The Democratic primary in Florida’s 5th Congressional District, a cartographical anomaly that sprawls from downtown Jacksonville west to Tallahassee, saw some moves this week by both incumbent Al Lawson and challenger Alvin Brown.
Lawson’s campaign showed its first signs of engagement, with the hire of self-styled “hip-hop lobbyist” Phillip Singleton as the campaign’s “senior adviser,” handling fundraising and outreach.
Singleton’s comments in the media release seem to suggest that Lawson’s efforts thus far in the campaign have been lacking.
“I am ready to hit-the-ground-running and re-energize our donor and voter base,” said Singleton.
Alvin Brown also is making moves, though it is difficult to tell if his latest will help in a Democratic primary.
Brown dined with right-wing talk radio host Ed Dean this week, a curious move … even with Dean hosting a straw poll this weekend on the Southside.
Dean’s listeners tend to be Tea Party/Trump Republicans, few of whom will vote in the Democratic primary in CD 5.
Brown, of course, is no stranger to outreach to the right wing — a triangulation strategy he used when running for Jacksonville Mayor.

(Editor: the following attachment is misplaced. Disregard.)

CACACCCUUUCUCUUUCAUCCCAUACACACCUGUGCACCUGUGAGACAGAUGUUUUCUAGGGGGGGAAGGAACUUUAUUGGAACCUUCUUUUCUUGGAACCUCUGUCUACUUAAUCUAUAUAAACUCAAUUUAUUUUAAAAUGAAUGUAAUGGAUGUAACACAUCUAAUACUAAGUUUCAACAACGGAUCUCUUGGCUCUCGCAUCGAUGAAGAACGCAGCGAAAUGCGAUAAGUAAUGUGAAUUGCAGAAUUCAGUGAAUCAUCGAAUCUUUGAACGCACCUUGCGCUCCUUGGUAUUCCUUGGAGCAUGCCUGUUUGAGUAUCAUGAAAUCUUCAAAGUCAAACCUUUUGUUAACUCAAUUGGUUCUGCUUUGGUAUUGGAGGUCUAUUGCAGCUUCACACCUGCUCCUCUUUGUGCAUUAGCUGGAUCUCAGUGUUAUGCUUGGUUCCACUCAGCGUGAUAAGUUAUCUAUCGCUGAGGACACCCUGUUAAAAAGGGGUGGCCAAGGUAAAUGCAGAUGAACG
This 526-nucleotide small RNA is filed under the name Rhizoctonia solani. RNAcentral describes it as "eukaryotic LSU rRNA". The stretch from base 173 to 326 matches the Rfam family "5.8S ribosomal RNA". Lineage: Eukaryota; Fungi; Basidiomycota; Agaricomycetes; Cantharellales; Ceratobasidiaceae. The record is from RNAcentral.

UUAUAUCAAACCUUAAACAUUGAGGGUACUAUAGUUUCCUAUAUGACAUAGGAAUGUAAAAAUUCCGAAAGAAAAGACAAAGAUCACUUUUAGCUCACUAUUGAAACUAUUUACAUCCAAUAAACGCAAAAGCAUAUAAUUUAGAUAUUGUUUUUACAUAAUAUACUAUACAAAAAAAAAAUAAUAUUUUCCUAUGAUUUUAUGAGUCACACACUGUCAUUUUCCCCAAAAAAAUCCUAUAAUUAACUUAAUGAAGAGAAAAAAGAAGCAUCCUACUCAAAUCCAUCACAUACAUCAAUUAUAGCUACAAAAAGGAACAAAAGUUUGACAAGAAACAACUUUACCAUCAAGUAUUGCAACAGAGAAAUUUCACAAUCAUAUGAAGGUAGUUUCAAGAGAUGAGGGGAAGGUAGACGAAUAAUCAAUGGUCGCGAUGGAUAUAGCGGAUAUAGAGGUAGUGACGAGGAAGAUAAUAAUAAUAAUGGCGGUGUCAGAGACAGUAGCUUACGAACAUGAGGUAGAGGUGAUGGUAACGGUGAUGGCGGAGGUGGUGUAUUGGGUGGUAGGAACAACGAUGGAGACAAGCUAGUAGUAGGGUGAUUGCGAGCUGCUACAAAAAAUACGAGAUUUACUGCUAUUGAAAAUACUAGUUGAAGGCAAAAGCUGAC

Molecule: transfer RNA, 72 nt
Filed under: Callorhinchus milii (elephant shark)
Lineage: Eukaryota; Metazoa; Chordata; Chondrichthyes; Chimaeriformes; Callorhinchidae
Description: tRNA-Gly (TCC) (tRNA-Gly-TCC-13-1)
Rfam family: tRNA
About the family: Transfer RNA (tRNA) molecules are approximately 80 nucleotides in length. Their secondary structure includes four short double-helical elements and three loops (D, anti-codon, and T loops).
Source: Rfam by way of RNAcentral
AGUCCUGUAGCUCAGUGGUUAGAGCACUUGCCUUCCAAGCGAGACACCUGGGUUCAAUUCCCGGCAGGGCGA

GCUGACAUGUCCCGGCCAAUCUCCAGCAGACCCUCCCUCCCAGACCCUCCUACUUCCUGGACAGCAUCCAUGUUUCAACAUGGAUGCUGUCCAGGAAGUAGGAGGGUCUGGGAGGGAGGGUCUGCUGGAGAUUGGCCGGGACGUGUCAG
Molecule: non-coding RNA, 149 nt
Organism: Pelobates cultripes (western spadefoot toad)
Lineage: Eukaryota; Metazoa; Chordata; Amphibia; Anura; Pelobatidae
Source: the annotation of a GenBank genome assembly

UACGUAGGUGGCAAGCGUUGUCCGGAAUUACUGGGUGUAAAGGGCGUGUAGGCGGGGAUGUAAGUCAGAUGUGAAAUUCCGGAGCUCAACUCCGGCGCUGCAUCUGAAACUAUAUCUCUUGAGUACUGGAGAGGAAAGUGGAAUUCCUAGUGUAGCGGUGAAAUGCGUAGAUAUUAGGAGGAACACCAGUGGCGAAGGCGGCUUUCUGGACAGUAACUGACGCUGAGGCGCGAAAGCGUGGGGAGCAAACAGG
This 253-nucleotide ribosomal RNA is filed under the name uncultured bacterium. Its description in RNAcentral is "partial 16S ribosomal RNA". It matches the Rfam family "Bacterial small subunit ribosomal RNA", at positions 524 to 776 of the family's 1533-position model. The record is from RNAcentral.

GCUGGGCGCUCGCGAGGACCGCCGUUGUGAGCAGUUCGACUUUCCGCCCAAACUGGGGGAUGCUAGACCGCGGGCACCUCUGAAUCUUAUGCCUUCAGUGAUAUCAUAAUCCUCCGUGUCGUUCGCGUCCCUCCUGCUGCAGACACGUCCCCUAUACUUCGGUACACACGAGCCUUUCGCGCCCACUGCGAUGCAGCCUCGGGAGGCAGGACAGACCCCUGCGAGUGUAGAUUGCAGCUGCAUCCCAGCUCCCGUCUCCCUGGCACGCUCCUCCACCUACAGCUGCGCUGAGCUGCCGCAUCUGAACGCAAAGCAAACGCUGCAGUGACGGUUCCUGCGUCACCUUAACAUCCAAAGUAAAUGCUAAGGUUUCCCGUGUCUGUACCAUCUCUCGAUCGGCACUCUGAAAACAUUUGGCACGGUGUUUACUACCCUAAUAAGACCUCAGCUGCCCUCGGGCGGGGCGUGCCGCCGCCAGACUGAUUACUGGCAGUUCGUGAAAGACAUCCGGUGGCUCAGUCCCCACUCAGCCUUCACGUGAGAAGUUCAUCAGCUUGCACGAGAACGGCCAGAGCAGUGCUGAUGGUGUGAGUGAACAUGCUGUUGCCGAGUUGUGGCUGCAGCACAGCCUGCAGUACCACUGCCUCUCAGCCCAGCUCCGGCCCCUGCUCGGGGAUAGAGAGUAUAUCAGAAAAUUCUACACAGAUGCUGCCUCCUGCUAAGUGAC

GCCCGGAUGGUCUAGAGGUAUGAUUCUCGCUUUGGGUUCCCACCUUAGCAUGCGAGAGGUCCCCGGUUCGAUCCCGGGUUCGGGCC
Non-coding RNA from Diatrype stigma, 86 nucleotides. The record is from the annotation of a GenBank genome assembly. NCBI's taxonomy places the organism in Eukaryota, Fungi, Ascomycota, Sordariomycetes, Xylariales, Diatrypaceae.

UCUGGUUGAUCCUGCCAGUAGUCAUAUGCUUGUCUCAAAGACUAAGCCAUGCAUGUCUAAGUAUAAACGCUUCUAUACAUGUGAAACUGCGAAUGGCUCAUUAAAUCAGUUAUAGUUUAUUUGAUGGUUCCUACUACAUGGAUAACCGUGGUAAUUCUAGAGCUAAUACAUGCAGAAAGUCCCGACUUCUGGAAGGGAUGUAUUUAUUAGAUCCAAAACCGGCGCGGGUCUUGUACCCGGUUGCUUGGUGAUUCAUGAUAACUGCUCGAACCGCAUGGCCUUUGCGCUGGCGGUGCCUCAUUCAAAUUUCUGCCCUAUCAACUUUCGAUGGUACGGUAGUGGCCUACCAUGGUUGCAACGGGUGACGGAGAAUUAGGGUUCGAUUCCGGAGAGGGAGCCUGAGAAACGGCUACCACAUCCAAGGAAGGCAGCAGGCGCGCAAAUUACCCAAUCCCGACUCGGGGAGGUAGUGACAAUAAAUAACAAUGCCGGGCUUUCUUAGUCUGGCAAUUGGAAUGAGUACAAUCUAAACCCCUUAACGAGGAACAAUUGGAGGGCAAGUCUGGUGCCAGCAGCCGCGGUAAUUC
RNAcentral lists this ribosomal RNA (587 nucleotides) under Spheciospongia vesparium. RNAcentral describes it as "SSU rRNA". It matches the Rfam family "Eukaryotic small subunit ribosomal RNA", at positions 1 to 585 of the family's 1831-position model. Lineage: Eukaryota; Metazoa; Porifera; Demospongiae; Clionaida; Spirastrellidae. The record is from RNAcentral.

In an ordinary Democratic primary, it would be easy to imagine a digital ad proclaiming Brown to be a tool of the right.
However, those with memories going back two years will recall Trump’s Florida co-chair Susie Wiles helping to pitch Lawson to Jacksonville media as he ran against Corrine Brown.
Gibson slams Scott, lauds ‘moderate’ Nelson
Senate Minority Leader-Designate Audrey Gibson, a Jacksonville Democrat, excoriated Scott upon his U.S. Senate campaign launch Monday.
“Rick Scott cannot erase seven years of leaving behind my constituents and others throughout this state and now try to take his same show to Washington. His jobs incentive programs have not provided real jobs to the average Floridian because he counts failed potential job creation as a Florida job,” Gibson said.